About Tanzania

Tanzania , officially the United Republic of Tanzania (Swahili: Jamhuri ya Muungano wa Tanzania), is a country in East Africa in the African Great Lakes region. It is bordered by Kenya and Uganda to the north; Rwanda, Burundi and the Democratic Republic of the Congo to the west; and Zambia, Malawi and Mozambique to the south. The country's eastern borderis formed by the Indian Ocean. Kilimanjaro, Africa's highest mountain, is in northeastern Tanzania. The country is divided into 30 administrative regions: five on the semi-autonomous islands of Zanzibar and 25 on themainland in the former Tanganyika.The head of state is President Jakaya Mrisho Kikwete, elected in 2005. Since 1996, the official capital of Tanzania has been Dodoma, where the National Assembly and some government offices are located.
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Foreign Relations

Tanzania has good relations with its neighbours. It is a member of the East African Community (EAC), along with Uganda, Kenya, Rwanda, and Burundi. Within the EAC, there is free trade and free movement of people, including theright to reside in another member country for the purpose of employment.Tanzania is also a member of the Southern AfricanDevelopment Community (SADC).The EAC, the SADC, and the Common Market for Eastern and Southern Africa are currently negotiating an agreement to create a Tripartite Free Trade Area spanning 26 African countries.


Economy and Infrastructure

As of 2018, according to the IMF, Tanzania's gross domestic product (GDP) was an estimated $56.7 billion (nominal), or $176.5 billion on a purchasing power parity (PPP) basis. GDP per capita (PPP) was $3,457. From 2009 through 2013, Tanzania's per capita GDP (based on constant local currency) grew an average of 3.5% per year, higher than any other member of the East African Community (EAC) and exceeded by only nine countries in Sub-Saharan Africa: the Democratic Republic of the Congo, Ethiopia, Ghana, Lesotho, Liberia, Mozambique, Sierra Leone, Zambia, and Zimbabwe. Tanzania's largest trading partners in 2017 for its US$5.3 billion in exports were India, Vietnam, South Africa, Switzerland, and China. Its imports totalled US$8.17 billion, with India, Switzerland, Saudi Arabia, China, and the United Arab Emirates being the biggest partners. The Kariakoo market in Dar es Salaam Tanzania weathered the Great Recession, which began in late 2008 or early 2009, relatively well. Strong gold prices, bolstering the country's mining industry, and Tanzania's poor integration into global markets helped to insulate the country from the downturn.Since the recession ended, the Tanzanian economy has expanded rapidly thanks to strong tourism, telecommunications, and banking sectors. According to the United Nations Development Program, however, recent growth in the national economy has benefited only the "very few", leaving out the majority of the population.Tanzania's 2013 Global Hunger Index was worse than any other country in the EAC except Burundi. The proportion of persons who were undernourished in 2010–12 was also worse than any other EAC country except Burundi.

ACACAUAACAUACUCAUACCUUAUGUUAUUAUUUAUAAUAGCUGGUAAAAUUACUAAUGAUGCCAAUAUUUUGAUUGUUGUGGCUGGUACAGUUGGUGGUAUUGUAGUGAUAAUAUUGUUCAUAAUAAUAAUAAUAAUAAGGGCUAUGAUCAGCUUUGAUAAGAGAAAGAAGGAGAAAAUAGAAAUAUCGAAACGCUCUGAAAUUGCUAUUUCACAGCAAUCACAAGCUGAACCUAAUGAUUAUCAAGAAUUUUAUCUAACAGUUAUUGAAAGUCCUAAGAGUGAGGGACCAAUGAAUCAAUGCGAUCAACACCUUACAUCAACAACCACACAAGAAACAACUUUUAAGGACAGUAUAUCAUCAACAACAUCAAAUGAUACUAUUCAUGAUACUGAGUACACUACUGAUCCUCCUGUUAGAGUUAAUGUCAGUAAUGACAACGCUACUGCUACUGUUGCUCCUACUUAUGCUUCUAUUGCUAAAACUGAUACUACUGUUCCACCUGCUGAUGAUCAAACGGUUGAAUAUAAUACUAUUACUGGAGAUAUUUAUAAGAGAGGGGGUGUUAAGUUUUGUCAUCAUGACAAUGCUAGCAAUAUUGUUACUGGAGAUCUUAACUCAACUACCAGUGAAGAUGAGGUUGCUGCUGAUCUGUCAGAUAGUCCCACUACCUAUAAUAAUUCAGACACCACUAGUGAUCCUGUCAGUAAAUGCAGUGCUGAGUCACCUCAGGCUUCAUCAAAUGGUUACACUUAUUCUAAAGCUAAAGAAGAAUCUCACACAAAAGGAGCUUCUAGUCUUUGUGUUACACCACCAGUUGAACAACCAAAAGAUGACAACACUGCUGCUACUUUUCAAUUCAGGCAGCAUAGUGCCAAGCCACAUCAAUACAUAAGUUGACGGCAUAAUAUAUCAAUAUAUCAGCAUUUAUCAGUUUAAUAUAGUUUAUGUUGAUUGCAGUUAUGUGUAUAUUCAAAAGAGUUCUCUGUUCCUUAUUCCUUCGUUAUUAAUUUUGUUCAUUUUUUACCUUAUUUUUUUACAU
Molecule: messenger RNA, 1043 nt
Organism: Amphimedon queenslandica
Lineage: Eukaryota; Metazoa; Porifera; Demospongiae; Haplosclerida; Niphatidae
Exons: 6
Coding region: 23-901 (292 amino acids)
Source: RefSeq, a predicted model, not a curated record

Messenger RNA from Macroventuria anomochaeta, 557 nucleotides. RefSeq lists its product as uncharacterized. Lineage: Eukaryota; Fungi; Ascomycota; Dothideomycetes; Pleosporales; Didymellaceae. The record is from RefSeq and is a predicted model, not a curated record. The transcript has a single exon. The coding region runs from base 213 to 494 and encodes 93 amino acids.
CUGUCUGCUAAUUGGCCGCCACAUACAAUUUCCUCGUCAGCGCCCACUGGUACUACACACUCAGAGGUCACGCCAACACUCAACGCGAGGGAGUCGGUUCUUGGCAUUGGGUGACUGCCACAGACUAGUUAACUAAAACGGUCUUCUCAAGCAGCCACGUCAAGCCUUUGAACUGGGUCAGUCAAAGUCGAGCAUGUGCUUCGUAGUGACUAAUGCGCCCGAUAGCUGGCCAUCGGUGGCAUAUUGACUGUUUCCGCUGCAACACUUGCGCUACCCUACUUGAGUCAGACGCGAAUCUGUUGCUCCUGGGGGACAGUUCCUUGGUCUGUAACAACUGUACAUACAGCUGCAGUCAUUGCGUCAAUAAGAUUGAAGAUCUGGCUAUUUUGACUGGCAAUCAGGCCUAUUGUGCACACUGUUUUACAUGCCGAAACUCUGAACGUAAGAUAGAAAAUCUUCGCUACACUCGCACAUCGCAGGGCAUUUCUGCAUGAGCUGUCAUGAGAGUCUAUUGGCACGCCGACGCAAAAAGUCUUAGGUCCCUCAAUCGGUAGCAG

External Trade and Investment

Tanzania's history of political stability has encouraged foreign direct investment. The government has committed itself to improve the investment climate including redrawing tax codes, floating the exchange rate, licensing foreign banks, and creating an investment promotion center to cut red tape. Tanzania has mineral resources and a largely untapped tourism sector, which might make it a viable market for foreign investment. The stock market capitalisation of listed companies in Tanzania was valued at $588 million in 2005 by the World Bank.


Industry

Accounting for 22.6% of GDP, Tanzania's industrial sector is one of the fastest growing in Africa (2010 rankings). Though it has been hit hard recently by persistent power shortages caused by low rainfall in the hydroelectric dams catchment areas, a condition compounded by years of neglect and bad management at the state-controlled electric company. Management of the electric company was contracted to the private sector in 2003. And power production countrywide is currently undergoing various diversification projects. The main industrial activities include agricultural processing (sugar, cigarettes, sisal twine), diamond-, gold-, and iron mining, oil refining, wood products, salt, soda ash, cement, shoes, apparel and fertilizer productions.